The job of writing newspaper columns doesn’t come with instructions, just deadlines that fly at you in your sleep. I used to read Royko and Jimmy Breslin and try to break down how they did what they did, but I couldn’t crack the code. How could they make a word stand up on the page, or a thought linger? How could they say so much with lines so spare?
They knew the places they wrote about, and that was part of it. But only years later would I learn their real secret: They knew who they were, and they knew why they wrote.
Royko was a man’s man, as they say, a guy who loved baseball and bars, believed in his city, backhanded its fools and celebrated its anonymous heroes, always with wit and tough-minded certainty.
…It’s an interesting thing, the way a famous city columnist — whose very public job was to make readers feel like they knew him — kept his family life private. Maybe Royko understood the better story was out there in the neighborhoods and in the hopes and fears of others. When you fall back on family for material, you sacrifice them to your selfish needs and cut off your own escape from the public glare.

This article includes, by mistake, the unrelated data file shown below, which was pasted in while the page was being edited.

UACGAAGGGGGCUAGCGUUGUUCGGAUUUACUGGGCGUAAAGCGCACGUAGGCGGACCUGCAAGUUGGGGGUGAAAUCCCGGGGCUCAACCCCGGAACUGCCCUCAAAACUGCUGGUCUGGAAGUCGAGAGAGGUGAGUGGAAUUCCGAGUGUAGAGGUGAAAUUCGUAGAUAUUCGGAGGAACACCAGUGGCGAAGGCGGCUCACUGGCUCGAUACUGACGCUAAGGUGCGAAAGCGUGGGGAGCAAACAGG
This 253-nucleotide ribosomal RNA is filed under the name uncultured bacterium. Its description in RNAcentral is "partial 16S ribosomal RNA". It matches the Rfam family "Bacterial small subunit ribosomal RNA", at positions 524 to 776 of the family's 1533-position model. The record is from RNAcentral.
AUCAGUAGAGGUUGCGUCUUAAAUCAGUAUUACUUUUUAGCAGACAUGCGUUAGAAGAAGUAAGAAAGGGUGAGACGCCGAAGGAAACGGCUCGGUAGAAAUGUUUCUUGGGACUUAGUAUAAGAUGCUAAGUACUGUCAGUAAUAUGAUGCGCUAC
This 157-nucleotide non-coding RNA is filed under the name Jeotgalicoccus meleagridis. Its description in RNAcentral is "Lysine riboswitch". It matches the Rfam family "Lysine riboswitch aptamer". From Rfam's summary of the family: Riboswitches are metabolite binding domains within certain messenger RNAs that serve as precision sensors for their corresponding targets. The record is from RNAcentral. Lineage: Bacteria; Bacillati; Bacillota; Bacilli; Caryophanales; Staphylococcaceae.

Or maybe there’s a darker explanation as to why Royko did not write about the woman who had so consumed him as a young man. David Royko suggests his dad got caught up in the superstardom that came with decades of writing five columns a week in a city he owned, and his marriage to Carol Duckman was not “a rosy extension” of his heartfelt letters to her.
It could be that Royko discovered he adored nothing more than the pressure of filling empty space, on deadline, to the cheers of a city that adored him. Those were love letters, too, all those thousands of columns, the brilliant ones and the forgotten ones too.
The job is a thrill, but a wise man once advised me not to overdo it.